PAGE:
Noriandara Remontar and I put as much distance as possible between us and the Zoasians. We didn’t stop until we were completely exhausted. Even then, we rested for as short a time as possible, and were on our way again. We journeyed continuously for what seemed to me to be about ten days, though beneath the eternal noon-day sun of Ecos, there is really no way to tell. At least we stopped to sleep about ten times. We had just crossed over a low rise of hills, when I spotted a cave on the face of a small cliff.
“That looks like a good spot to lie low for a while,” I said. “I don’t think I can continue this pace.”
“I can’t either,” the Princess replied. “It’s hunger that is taking toll upon us most.”
We climbed up to the cave and found it to be nothing more than a scooped out chamber about six feet high, six feet wide, and perhaps nine feet deep into the hill. It was a place of shelter from unpleasant elements and any pursuers however, so we entered, lay down, and rested soundly.
I woke up first and looked at Noriandara Remontar. She was incredibly beautiful. Even after all of her ordeals, after wandering in the desert, after battles, captures, and flight, she still looked like the woman I had dreamed of for so long. Something about the Amatharians’ hair seemed to keep it looking shiny and clean, when mine felt matted and dirty and in serious need of a shampoo. The deep blue of the Princess’s Amatharian skin precluded any dark circles under her eyes. As I was looking at her, she opened those beautiful round eyes and sat up.
“Why did you follow me all the way to Zonamis?” she asked.
This wasn’t really a conversation that I wanted to have now, if at all. What feelings did I have for this woman? Was I madly in love with her? I had followed her across the face of an alien world and had passed though numerous trials and tempted many perils to bring her within my grasp. Yet now as I looked at her, I didn’t feel…. I didn’t know what I did or didn’t feel. I didn’t know what I should or shouldn’t feel. She was so very attractive, and yet I was not feeling that deep-down sense of need that I had always believed would be there for the woman I loved.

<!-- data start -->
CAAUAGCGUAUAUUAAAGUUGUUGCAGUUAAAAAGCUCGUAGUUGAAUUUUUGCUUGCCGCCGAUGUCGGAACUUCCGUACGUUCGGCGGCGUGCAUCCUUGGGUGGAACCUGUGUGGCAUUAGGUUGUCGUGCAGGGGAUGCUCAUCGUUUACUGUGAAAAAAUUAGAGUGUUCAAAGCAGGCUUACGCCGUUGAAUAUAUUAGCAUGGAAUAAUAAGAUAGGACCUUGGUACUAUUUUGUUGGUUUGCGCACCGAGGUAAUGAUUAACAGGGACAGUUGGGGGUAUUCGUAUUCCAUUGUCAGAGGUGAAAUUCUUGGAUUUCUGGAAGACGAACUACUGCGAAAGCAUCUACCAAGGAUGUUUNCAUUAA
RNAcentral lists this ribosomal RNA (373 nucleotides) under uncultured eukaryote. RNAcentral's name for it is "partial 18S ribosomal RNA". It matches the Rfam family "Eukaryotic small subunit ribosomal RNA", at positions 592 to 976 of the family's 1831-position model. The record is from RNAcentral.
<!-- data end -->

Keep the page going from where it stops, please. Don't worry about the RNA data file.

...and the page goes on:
“From the time I first saw you,” I answered slowly, “I couldn’t stop thinking about you. I just had to see that you got back to Amathar safely.”
“Were you in love with me?”
“For a moment I thought that I was,” I confessed.
“I’m not so sure now.”
“I do not know you,” she said, looking intently into my face. “This has not been the best circumstances under which to meet someone. Perhaps when we reach home, we can become friends. Just remember. My first duty is to my family and to the Sun Clan.”
“As is mine.”
We decided to split up and search for food and water and to meet back at the cave. I started down the hill and around to the right, while the Princess went left. I felt somewhat uneasy about letting her off by herself, especially after I had spent such a portion of time as I had, finding her in the first place, but she was a grown woman and a knight of the Sun Clan. She was probably more capable of taking care of herself than I was.
I had my light pistol and had high hopes of finding some type of animal to shoot. I felt if I were able to shoot a creature in the head, then perhaps the remainder of the carcass would not be too damaged to harvest. The light weapons of the Amatharians were not designed for hunting, but for war. It was not quite as bad as duck hunting with a bazooka, but it was certainly close. Unfortunately for me, there seemed to be no animals larger than a good-sized beetle around. A beetle about three inches long sat in the shade of a rock, and for a moment I thought about catching him for dinner, but I decided that I was not quite that hungry, yet.
As I was searching around for prey, I spotted in the distance, a gathering of rather large bushes. Observing that the only large plants in this Ecosian desert seemed to grow along the streambeds, I made for the brush in hopes of finding a source of water. As luck would have it, in the center of the bushes was a small fountain bubbling up from between the rocks and forming a small pool covered with moss and insect larvae. I brushed the extraneous matter out of the way and filled my canteen. Then I took a long drink. The water was bitter tasting, but otherwise fine.